English edit

Etymology edit

c. 1200, from Middle English therwith, from Old English þǣrwiþ (therewith, in return, in exchange, against), equivalent to there +‎ with. Cognate with Danish derved (therewith), Swedish därvid (therewith, thereby). Parallel with Dutch daarmee, German damit (therewith), though etymologically different. See also theremid.

Pronunciation edit

  • IPA(key): /ðɛəˈwɪθ/, /ðɛəˈwɪð/
  • (file)

Adverb edit

therewith (not comparable)

  1. With this, that or those.
    • 1611, The Holy Bible, [] (King James Version), London: [] Robert Barker, [], →OCLC, Philippians 4:11:
      I have learned, in whatever state I am, therewith to be content.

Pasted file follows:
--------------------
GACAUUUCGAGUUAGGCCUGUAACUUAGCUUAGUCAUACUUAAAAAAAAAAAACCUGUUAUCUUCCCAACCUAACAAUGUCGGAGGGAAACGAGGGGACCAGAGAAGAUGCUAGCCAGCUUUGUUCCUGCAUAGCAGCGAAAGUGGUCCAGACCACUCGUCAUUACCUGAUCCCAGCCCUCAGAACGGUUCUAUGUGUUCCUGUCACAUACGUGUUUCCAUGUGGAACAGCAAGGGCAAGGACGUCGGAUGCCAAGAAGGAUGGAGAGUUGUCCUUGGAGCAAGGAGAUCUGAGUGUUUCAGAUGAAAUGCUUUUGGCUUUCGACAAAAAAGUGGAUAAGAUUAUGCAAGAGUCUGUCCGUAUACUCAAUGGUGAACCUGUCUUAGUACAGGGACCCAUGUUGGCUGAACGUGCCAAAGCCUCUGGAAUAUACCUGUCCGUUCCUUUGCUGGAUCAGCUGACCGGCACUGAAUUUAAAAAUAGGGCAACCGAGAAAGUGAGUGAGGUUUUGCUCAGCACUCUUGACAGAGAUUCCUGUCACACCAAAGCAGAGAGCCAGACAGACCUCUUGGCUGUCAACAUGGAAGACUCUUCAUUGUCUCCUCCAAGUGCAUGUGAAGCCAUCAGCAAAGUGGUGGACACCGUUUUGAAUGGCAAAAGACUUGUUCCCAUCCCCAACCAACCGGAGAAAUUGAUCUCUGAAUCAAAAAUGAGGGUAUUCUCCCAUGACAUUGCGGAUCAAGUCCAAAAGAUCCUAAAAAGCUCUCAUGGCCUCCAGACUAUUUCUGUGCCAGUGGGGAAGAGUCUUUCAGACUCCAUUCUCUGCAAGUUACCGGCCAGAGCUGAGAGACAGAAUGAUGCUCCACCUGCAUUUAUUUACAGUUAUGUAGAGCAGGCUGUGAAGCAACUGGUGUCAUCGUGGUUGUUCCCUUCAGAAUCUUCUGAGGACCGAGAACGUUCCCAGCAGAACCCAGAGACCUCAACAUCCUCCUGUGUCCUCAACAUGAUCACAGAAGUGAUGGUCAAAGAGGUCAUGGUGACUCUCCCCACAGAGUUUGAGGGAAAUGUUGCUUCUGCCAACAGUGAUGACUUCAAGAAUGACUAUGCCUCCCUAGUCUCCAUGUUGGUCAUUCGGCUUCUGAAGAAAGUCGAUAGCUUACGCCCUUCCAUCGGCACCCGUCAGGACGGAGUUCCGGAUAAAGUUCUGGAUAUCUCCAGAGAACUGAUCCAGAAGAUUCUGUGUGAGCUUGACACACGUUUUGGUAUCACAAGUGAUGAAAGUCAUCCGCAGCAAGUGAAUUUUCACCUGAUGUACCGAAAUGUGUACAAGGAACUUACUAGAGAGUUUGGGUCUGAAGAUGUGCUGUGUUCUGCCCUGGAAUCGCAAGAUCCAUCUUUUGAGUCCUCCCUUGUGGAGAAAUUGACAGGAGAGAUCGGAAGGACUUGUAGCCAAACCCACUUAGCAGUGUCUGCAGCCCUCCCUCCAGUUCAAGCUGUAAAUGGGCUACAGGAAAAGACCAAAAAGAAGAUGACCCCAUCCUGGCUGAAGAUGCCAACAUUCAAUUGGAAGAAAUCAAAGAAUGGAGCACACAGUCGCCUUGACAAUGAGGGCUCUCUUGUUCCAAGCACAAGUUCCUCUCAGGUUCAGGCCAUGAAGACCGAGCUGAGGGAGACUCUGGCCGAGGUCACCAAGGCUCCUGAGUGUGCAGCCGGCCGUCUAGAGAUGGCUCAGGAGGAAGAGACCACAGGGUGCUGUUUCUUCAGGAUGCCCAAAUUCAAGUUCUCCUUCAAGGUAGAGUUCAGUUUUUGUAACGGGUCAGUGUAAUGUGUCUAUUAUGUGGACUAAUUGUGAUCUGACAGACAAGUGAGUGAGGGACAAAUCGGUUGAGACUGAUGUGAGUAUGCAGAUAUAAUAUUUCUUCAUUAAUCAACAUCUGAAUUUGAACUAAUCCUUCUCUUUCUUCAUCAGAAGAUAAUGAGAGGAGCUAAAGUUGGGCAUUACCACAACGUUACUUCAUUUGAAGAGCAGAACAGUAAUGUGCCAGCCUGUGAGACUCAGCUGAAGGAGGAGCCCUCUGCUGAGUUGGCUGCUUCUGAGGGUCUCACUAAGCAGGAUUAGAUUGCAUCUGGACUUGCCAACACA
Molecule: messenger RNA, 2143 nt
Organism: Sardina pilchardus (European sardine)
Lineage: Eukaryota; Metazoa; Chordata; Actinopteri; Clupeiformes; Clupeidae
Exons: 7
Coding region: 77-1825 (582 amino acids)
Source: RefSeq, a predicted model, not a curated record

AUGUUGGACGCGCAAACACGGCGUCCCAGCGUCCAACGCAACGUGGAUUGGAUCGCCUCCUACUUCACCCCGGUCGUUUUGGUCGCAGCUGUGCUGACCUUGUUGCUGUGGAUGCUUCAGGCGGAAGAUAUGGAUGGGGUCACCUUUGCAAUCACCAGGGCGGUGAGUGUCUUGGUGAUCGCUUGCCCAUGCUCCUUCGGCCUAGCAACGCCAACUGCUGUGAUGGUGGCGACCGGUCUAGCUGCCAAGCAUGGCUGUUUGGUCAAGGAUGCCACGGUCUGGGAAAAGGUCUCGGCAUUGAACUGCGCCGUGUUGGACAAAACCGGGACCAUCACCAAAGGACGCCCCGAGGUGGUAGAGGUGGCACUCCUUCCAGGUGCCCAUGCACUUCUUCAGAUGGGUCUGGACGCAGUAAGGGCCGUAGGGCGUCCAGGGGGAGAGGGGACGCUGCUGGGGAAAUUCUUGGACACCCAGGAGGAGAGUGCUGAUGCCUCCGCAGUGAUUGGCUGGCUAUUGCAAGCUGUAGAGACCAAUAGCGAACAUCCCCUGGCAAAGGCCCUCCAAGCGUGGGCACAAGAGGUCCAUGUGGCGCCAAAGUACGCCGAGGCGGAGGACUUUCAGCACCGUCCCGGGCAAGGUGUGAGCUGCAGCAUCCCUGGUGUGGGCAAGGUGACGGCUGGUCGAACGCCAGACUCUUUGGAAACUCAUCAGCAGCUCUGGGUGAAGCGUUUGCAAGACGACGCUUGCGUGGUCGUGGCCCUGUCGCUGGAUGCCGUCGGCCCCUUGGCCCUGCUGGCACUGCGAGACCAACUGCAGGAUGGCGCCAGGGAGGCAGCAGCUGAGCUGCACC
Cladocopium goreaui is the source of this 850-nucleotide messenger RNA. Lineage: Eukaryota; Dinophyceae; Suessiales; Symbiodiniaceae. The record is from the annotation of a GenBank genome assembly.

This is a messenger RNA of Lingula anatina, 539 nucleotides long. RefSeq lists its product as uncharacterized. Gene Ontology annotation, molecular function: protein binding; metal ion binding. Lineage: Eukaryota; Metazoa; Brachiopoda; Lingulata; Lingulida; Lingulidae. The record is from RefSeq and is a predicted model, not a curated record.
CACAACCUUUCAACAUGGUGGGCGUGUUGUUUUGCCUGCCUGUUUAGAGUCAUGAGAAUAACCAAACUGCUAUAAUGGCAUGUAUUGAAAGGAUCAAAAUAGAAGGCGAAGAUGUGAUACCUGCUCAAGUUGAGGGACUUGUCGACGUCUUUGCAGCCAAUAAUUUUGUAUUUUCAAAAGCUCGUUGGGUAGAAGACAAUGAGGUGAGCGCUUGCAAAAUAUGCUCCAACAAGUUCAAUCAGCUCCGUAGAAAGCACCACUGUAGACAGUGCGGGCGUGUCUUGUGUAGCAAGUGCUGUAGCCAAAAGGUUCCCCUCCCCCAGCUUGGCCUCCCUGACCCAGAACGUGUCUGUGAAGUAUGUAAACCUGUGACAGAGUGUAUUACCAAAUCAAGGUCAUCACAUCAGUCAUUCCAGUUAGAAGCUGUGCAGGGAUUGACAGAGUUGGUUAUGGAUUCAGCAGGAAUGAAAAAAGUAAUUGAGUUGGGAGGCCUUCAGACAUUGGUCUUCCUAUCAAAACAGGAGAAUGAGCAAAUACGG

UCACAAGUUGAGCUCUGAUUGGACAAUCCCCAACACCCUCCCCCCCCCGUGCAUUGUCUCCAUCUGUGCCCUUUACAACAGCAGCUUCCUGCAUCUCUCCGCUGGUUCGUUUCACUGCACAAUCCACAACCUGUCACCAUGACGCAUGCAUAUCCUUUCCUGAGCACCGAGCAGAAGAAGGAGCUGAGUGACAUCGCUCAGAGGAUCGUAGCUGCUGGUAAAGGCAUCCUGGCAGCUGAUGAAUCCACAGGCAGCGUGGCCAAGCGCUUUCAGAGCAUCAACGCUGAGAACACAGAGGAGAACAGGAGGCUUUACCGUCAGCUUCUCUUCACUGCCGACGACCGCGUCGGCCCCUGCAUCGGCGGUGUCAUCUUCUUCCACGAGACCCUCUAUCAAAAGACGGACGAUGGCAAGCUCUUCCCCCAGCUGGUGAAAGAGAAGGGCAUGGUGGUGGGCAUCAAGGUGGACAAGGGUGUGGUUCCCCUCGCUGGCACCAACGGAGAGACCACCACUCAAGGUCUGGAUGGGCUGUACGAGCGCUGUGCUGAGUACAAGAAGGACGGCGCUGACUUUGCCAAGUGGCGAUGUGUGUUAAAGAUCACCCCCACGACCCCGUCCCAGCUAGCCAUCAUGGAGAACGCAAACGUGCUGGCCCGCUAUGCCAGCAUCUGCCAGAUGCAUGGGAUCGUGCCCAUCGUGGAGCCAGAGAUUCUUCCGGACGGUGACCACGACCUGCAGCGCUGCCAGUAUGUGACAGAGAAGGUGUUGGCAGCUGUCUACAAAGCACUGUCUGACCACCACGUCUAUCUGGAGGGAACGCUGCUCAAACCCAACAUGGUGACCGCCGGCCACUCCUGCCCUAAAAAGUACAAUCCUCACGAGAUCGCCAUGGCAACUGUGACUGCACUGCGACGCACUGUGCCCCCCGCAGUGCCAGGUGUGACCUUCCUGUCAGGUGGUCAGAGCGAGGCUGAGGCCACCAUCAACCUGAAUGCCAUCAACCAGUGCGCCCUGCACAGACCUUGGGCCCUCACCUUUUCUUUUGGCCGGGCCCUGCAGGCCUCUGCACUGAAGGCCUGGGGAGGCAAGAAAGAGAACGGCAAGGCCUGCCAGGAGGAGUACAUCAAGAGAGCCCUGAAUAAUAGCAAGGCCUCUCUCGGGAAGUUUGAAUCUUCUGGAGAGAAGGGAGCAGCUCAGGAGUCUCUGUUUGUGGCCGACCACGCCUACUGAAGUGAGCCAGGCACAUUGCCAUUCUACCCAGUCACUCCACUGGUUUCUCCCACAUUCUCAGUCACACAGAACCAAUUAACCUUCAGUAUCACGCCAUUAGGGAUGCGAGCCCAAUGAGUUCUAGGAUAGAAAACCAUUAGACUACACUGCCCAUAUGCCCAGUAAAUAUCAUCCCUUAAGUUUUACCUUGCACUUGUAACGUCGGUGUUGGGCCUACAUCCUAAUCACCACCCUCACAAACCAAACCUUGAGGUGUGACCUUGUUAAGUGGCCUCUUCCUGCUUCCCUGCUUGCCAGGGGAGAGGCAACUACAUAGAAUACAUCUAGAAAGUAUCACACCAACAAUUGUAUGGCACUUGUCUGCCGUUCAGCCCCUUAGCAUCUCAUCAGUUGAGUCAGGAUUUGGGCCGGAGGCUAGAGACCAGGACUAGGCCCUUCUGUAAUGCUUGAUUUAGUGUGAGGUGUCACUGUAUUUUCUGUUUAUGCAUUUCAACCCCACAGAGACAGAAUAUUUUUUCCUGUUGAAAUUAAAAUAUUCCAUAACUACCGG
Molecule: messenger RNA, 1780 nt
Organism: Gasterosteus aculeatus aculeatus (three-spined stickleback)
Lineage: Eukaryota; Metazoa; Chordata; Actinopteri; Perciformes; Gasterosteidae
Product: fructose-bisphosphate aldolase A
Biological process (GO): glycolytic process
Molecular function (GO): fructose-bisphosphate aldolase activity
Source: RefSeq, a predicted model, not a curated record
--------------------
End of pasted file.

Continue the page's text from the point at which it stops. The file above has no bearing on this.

• 1876, A concise law dictionary by Herbert Newman Mozley and George Crispe Whiteley, barrister at law:
      In untechnical language, we may describe letters of horning as the authority by which a person, directed by the decree of a court of justice to pay or perform anything, is ordered to comply therewith.
  2. In addition to that; besides, moreover.
  3. Thereupon, forthwith; with that being said or done.
    • 1869, Richard Blackmore, Lorna Doone, page 1:
      'I take the privilege, Mistress Ruth, of saluting you.' ...And therewith I bussed her well.

Translations edit

See also edit

Here-, there-, and where- words

References edit

Anagrams edit